|Interaction||Components & Design|
*Seems a bit young for this game, really. We’d recommend 10 at least.
We will shortly close to visual distance with space station Theseus. Long range sensors confirm what we already knew, the station has gone dark. The last radio transmission from the Theseus was several weeks ago, hence our deviation from standard sector patrol. Sensors pick up no energy emission from the station. While we are prepared to deal with other possibilities, I suspect a cold reactor failure with subsequent failure of the life support system. While tragic, at least this option is preferrable to any sort of hostile involvement. I am, however, not worried about encountering hostile non-humans on the Theseus. There is, after all, the long-standing joke that we, of all ships in Her Majesty’s Space Fleet, are the only one to never have encountered xenos of any description.
Captain’s Log of the HMSS Giger, 17:37 January 17 2357
As it turns out, the Captain could not have been more wrong. Something else entirely has gone wrong on the Theseus, and the stations corridors are the field of battle in a conflict between two to four very different parties: the Space Marines, the monstrous, H.R. Giger-designed Aliens, the X-Files-like Greys and the station’s original crew still defending the wreck of their station, the Scientists. The Space Marines and Aliens are only there to eliminate the other parties, the Scientists and Greys can also win by collecting enough data about their opponents.The Theseus is split into three common sectors plus one home sector for each faction. Each sector has four chambers that can be occupied by one unit each. On a player’s turn, they can move one of their three units, and this is where things start to get interesting. A unit moves as many sectors as there are units in its starting sector and occupies any of the four rooms in its new sector. This gives each player some control over every other player’s movement and makes a very compelling, strategic engine that you want to make the best possible use of, because where a unit ends its movement decides over many other things that happen next.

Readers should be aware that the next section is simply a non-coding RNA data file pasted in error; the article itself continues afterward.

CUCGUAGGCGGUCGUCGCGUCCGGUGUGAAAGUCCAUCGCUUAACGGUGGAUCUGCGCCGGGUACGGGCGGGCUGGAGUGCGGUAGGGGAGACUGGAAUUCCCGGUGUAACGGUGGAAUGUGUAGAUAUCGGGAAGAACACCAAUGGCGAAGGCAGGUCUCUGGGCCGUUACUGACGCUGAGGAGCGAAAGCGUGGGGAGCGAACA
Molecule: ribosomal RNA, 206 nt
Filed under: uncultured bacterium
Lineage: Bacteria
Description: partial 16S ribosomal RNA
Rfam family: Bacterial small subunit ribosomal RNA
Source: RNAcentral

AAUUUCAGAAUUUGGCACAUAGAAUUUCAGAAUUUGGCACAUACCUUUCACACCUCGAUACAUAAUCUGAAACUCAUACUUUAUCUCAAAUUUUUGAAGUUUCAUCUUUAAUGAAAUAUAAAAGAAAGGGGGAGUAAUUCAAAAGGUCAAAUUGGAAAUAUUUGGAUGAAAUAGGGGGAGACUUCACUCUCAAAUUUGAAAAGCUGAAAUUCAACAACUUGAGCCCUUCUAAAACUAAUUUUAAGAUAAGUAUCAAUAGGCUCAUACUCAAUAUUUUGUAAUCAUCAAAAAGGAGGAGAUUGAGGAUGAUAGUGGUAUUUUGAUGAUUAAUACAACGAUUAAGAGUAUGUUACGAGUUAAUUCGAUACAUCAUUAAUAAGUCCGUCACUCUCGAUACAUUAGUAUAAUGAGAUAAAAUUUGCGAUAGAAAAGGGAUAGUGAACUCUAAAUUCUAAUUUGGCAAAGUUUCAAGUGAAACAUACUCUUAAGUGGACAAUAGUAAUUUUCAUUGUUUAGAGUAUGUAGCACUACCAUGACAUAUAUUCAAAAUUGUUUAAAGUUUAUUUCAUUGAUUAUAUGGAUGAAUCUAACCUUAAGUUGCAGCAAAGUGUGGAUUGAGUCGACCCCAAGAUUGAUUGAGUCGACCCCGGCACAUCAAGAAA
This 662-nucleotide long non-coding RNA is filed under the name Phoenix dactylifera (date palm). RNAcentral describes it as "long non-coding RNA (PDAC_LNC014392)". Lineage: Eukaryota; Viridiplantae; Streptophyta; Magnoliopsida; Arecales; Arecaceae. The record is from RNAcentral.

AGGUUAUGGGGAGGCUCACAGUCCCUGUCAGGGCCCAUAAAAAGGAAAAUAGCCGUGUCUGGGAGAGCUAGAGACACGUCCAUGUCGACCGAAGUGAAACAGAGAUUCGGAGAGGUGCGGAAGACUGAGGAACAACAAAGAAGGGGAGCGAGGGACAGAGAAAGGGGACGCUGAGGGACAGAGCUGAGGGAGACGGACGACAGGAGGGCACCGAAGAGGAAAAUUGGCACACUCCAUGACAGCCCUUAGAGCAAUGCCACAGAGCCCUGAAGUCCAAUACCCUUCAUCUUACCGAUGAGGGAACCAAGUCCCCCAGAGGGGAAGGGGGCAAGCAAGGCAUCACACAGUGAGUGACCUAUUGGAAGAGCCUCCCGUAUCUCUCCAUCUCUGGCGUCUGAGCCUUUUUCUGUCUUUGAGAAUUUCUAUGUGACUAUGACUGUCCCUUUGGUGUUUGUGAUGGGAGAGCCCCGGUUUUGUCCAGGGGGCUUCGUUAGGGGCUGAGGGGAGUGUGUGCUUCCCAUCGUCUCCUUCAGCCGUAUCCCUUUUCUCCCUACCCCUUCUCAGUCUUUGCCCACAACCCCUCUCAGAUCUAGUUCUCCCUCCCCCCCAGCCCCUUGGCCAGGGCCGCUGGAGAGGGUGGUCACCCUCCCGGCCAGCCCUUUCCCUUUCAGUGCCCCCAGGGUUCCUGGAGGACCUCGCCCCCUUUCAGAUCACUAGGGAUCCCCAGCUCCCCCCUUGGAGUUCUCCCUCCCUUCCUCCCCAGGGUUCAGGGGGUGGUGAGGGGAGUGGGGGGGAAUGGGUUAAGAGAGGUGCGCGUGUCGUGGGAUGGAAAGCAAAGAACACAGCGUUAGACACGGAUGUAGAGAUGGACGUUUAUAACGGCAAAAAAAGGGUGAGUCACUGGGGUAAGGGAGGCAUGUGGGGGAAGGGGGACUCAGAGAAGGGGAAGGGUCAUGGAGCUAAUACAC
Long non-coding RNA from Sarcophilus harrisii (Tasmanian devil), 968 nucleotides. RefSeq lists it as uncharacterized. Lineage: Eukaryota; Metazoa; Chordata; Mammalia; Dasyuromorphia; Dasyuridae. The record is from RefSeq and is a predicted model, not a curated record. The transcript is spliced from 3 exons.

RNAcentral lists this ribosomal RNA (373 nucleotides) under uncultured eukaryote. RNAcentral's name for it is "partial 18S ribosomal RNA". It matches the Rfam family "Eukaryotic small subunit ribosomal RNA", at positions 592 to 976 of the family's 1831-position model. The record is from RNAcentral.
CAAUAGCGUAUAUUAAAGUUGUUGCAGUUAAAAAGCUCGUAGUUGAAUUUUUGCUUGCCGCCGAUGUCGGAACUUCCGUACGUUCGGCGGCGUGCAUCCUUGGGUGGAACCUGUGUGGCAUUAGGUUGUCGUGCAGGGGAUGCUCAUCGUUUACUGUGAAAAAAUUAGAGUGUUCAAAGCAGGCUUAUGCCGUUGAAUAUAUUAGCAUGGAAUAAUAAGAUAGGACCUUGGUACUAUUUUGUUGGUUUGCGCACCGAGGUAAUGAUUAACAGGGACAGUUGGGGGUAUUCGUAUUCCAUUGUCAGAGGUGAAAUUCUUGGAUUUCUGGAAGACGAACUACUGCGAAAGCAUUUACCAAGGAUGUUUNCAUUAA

First of all, if the sector you end up in is full, all your units start attacking. Depending on your faction and if your units are upgraded or not, they can do no damage, one point of damage or one point of damage for every enemy unit in sight. To keep things simple, units don’t have individual health pools, the damage you do comes out of the other player’s 20 points of health. You’re allowed one guess what happens when someone runs out. But the Onslaught is still not the main event, although the Space Marines and Aliens can do some serious damage. The real fun is in the sector actions and the cards you have installed in those sectors.
The sector actions are the more simple of the two. In the Control Room, you can disable one enemy card anywhere on the station, the Tech Bay immediately gives you another move and in the Corridors you trigger an attack of all your units everywhere on the station. Best of all, in your own home sector you collect upgrade tokens. Those can either flip one of your units to the upgraded side – useful for Marines and Aliens who gain a strong attack from the upgrade – or they can go on any card that has a number with an upgrade icon and increase that number by one. The second option may not sound like much, but it’s often the more powerful of the two, because of how useful the cards are to start with.